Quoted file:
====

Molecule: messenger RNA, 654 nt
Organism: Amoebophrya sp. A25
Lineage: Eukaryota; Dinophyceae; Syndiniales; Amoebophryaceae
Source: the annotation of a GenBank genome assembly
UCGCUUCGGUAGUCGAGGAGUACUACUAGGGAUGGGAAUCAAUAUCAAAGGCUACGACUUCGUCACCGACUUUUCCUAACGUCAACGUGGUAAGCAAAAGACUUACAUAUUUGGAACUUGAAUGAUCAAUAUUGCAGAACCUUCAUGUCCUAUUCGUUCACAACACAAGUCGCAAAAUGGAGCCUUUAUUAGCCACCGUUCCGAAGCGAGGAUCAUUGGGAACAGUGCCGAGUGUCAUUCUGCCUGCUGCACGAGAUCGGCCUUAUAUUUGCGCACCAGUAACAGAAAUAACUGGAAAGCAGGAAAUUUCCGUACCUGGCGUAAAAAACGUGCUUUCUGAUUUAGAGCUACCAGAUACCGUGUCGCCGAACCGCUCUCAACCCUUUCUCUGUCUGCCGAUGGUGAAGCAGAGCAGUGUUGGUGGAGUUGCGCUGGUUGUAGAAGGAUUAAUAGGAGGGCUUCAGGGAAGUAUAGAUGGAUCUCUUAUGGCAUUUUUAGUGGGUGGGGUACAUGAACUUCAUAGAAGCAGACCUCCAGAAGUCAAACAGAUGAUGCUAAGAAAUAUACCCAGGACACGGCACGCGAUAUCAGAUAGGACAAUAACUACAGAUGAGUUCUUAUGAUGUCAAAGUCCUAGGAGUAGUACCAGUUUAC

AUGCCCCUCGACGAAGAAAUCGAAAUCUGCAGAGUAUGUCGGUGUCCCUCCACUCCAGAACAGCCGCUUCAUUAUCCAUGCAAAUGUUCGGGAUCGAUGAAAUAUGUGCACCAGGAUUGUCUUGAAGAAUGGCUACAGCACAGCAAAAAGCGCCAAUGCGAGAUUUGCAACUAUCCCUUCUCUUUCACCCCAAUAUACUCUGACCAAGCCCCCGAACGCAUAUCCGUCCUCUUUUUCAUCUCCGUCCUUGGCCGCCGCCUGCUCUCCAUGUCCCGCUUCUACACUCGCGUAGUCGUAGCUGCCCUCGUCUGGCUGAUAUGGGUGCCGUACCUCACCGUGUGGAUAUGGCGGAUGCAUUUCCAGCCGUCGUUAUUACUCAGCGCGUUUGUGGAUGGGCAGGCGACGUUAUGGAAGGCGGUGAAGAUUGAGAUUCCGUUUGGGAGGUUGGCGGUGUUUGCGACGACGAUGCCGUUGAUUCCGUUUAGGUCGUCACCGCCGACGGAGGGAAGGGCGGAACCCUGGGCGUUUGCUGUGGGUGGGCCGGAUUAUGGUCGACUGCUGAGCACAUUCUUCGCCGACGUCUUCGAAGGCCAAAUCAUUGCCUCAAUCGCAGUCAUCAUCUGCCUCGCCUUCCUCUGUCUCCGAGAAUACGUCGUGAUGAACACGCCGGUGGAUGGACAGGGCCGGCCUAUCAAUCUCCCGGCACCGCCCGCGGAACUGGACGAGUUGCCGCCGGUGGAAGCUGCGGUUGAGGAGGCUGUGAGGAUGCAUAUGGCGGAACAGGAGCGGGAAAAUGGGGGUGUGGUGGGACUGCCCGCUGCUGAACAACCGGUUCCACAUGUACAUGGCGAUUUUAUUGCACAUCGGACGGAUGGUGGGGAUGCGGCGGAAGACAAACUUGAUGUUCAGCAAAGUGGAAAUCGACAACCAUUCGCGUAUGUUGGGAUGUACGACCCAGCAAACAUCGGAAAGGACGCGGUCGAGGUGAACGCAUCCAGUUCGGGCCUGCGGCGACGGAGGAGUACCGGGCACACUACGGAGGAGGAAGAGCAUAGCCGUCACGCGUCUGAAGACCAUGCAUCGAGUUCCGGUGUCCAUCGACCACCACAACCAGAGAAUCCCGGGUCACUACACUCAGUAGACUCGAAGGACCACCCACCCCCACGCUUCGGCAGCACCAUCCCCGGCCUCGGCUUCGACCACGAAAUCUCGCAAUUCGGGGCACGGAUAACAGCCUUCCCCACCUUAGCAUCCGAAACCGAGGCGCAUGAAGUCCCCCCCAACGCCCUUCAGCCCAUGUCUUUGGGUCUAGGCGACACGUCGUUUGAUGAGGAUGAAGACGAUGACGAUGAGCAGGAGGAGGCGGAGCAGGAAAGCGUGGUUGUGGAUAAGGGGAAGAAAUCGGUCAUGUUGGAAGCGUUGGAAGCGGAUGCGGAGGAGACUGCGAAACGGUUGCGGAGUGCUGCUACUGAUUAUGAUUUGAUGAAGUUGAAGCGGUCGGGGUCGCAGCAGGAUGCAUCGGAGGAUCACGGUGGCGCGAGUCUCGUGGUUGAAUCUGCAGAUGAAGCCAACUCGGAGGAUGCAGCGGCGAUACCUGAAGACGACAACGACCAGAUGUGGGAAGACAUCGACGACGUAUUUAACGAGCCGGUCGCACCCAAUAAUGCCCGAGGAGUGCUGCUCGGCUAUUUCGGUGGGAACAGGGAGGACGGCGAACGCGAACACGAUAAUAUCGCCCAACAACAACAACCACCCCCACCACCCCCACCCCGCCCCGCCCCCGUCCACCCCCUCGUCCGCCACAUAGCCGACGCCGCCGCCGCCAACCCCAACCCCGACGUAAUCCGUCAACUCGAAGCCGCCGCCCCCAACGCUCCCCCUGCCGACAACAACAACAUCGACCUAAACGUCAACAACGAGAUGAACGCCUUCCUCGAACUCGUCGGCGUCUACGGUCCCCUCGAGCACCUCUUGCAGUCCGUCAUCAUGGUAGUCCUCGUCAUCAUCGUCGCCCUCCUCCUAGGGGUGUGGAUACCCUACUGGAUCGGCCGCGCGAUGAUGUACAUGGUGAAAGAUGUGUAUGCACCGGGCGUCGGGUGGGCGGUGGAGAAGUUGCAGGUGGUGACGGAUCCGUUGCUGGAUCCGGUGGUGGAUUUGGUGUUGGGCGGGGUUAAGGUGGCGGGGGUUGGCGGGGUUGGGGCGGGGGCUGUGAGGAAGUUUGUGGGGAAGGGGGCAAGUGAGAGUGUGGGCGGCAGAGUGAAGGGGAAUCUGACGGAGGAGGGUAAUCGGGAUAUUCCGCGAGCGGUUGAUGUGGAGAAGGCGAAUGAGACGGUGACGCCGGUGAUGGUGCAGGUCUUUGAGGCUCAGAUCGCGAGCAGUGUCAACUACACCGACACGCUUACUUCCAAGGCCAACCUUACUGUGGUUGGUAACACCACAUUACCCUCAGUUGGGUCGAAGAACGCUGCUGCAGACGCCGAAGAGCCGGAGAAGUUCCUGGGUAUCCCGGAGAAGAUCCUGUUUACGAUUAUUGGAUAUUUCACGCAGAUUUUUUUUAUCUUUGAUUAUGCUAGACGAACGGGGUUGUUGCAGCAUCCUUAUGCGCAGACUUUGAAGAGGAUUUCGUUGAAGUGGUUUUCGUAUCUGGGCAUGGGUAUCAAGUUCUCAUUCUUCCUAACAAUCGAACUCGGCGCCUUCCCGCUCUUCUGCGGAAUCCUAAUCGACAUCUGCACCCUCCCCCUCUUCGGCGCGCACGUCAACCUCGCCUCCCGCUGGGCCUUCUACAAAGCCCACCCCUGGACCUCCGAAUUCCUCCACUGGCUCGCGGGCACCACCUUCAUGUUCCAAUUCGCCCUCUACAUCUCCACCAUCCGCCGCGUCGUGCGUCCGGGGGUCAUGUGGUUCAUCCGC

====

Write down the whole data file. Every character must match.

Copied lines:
Molecule: messenger RNA, 654 nt
Organism: Amoebophrya sp. A25
Lineage: Eukaryota; Dinophyceae; Syndiniales; Amoebophryaceae
Source: the annotation of a GenBank genome assembly
UCGCUUCGGUAGUCGAGGAGUACUACUAGGGAUGGGAAUCAAUAUCAAAGGCUACGACUUCGUCACCGACUUUUCCUAACGUCAACGUGGUAAGCAAAAGACUUACAUAUUUGGAACUUGAAUGAUCAAUAUUGCAGAACCUUCAUGUCCUAUUCGUUCACAACACAAGUCGCAAAAUGGAGCCUUUAUUAGCCACCGUUCCGAAGCGAGGAUCAUUGGGAACAGUGCCGAGUGUCAUUCUGCCUGCUGCACGAGAUCGGCCUUAUAUUUGCGCACCAGUAACAGAAAUAACUGGAAAGCAGGAAAUUUCCGUACCUGGCGUAAAAAACGUGCUUUCUGAUUUAGAGCUACCAGAUACCGUGUCGCCGAACCGCUCUCAACCCUUUCUCUGUCUGCCGAUGGUGAAGCAGAGCAGUGUUGGUGGAGUUGCGCUGGUUGUAGAAGGAUUAAUAGGAGGGCUUCAGGGAAGUAUAGAUGGAUCUCUUAUGGCAUUUUUAGUGGGUGGGGUACAUGAACUUCAUAGAAGCAGACCUCCAGAAGUCAAACAGAUGAUGCUAAGAAAUAUACCCAGGACACGGCACGCGAUAUCAGAUAGGACAAUAACUACAGAUGAGUUCUUAUGAUGUCAAAGUCCUAGGAGUAGUACCAGUUUAC

AUGCCCCUCGACGAAGAAAUCGAAAUCUGCAGAGUAUGUCGGUGUCCCUCCACUCCAGAACAGCCGCUUCAUUAUCCAUGCAAAUGUUCGGGAUCGAUGAAAUAUGUGCACCAGGAUUGUCUUGAAGAAUGGCUACAGCACAGCAAAAAGCGCCAAUGCGAGAUUUGCAACUAUCCCUUCUCUUUCACCCCAAUAUACUCUGACCAAGCCCCCGAACGCAUAUCCGUCCUCUUUUUCAUCUCCGUCCUUGGCCGCCGCCUGCUCUCCAUGUCCCGCUUCUACACUCGCGUAGUCGUAGCUGCCCUCGUCUGGCUGAUAUGGGUGCCGUACCUCACCGUGUGGAUAUGGCGGAUGCAUUUCCAGCCGUCGUUAUUACUCAGCGCGUUUGUGGAUGGGCAGGCGACGUUAUGGAAGGCGGUGAAGAUUGAGAUUCCGUUUGGGAGGUUGGCGGUGUUUGCGACGACGAUGCCGUUGAUUCCGUUUAGGUCGUCACCGCCGACGGAGGGAAGGGCGGAACCCUGGGCGUUUGCUGUGGGUGGGCCGGAUUAUGGUCGACUGCUGAGCACAUUCUUCGCCGACGUCUUCGAAGGCCAAAUCAUUGCCUCAAUCGCAGUCAUCAUCUGCCUCGCCUUCCUCUGUCUCCGAGAAUACGUCGUGAUGAACACGCCGGUGGAUGGACAGGGCCGGCCUAUCAAUCUCCCGGCACCGCCCGCGGAACUGGACGAGUUGCCGCCGGUGGAAGCUGCGGUUGAGGAGGCUGUGAGGAUGCAUAUGGCGGAACAGGAGCGGGAAAAUGGGGGUGUGGUGGGACUGCCCGCUGCUGAACAACCGGUUCCACAUGUACAUGGCGAUUUUAUUGCACAUCGGACGGAUGGUGGGGAUGCGGCGGAAGACAAACUUGAUGUUCAGCAAAGUGGAAAUCGACAACCAUUCGCGUAUGUUGGGAUGUACGACCCAGCAAACAUCGGAAAGGACGCGGUCGAGGUGAACGCAUCCAGUUCGGGCCUGCGGCGACGGAGGAGUACCGGGCACACUACGGAGGAGGAAGAGCAUAGCCGUCACGCGUCUGAAGACCAUGCAUCGAGUUCCGGUGUCCAUCGACCACCACAACCAGAGAAUCCCGGGUCACUACACUCAGUAGACUCGAAGGACCACCCACCCCCACGCUUCGGCAGCACCAUCCCCGGCCUCGGCUUCGACCACGAAAUCUCGCAAUUCGGGGCACGGAUAACAGCCUUCCCCACCUUAGCAUCCGAAACCGAGGCGCAUGAAGUCCCCCCCAACGCCCUUCAGCCCAUGUCUUUGGGUCUAGGCGACACGUCGUUUGAUGAGGAUGAAGACGAUGACGAUGAGCAGGAGGAGGCGGAGCAGGAAAGCGUGGUUGUGGAUAAGGGGAAGAAAUCGGUCAUGUUGGAAGCGUUGGAAGCGGAUGCGGAGGAGACUGCGAAACGGUUGCGGAGUGCUGCUACUGAUUAUGAUUUGAUGAAGUUGAAGCGGUCGGGGUCGCAGCAGGAUGCAUCGGAGGAUCACGGUGGCGCGAGUCUCGUGGUUGAAUCUGCAGAUGAAGCCAACUCGGAGGAUGCAGCGGCGAUACCUGAAGACGACAACGACCAGAUGUGGGAAGACAUCGACGACGUAUUUAACGAGCCGGUCGCACCCAAUAAUGCCCGAGGAGUGCUGCUCGGCUAUUUCGGUGGGAACAGGGAGGACGGCGAACGCGAACACGAUAAUAUCGCCCAACAACAACAACCACCCCCACCACCCCCACCCCGCCCCGCCCCCGUCCACCCCCUCGUCCGCCACAUAGCCGACGCCGCCGCCGCCAACCCCAACCCCGACGUAAUCCGUCAACUCGAAGCCGCCGCCCCCAACGCUCCCCCUGCCGACAACAACAACAUCGACCUAAACGUCAACAACGAGAUGAACGCCUUCCUCGAACUCGUCGGCGUCUACGGUCCCCUCGAGCACCUCUUGCAGUCCGUCAUCAUGGUAGUCCUCGUCAUCAUCGUCGCCCUCCUCCUAGGGGUGUGGAUACCCUACUGGAUCGGCCGCGCGAUGAUGUACAUGGUGAAAGAUGUGUAUGCACCGGGCGUCGGGUGGGCGGUGGAGAAGUUGCAGGUGGUGACGGAUCCGUUGCUGGAUCCGGUGGUGGAUUUGGUGUUGGGCGGGGUUAAGGUGGCGGGGGUUGGCGGGGUUGGGGCGGGGGCUGUGAGGAAGUUUGUGGGGAAGGGGGCAAGUGAGAGUGUGGGCGGCAGAGUGAAGGGGAAUCUGACGGAGGAGGGUAAUCGGGAUAUUCCGCGAGCGGUUGAUGUGGAGAAGGCGAAUGAGACGGUGACGCCGGUGAUGGUGCAGGUCUUUGAGGCUCAGAUCGCGAGCAGUGUCAACUACACCGACACGCUUACUUCCAAGGCCAACCUUACUGUGGUUGGUAACACCACAUUACCCUCAGUUGGGUCGAAGAACGCUGCUGCAGACGCCGAAGAGCCGGAGAAGUUCCUGGGUAUCCCGGAGAAGAUCCUGUUUACGAUUAUUGGAUAUUUCACGCAGAUUUUUUUUAUCUUUGAUUAUGCUAGACGAACGGGGUUGUUGCAGCAUCCUUAUGCGCAGACUUUGAAGAGGAUUUCGUUGAAGUGGUUUUCGUAUCUGGGCAUGGGUAUCAAGUUCUCAUUCUUCCUAACAAUCGAACUCGGCGCCUUCCCGCUCUUCUGCGGAAUCCUAAUCGACAUCUGCACCCUCCCCCUCUUCGGCGCGCACGUCAACCUCGCCUCCCGCUGGGCCUUCUACAAAGCCCACCCCUGGACCUCCGAAUUCCUCCACUGGCUCGCGGGCACCACCUUCAUGUUCCAAUUCGCCCUCUACAUCUCCACCAUCCGCCGCGUCGUGCGUCCGGGGGUCAUGUGGUUCAUCCGC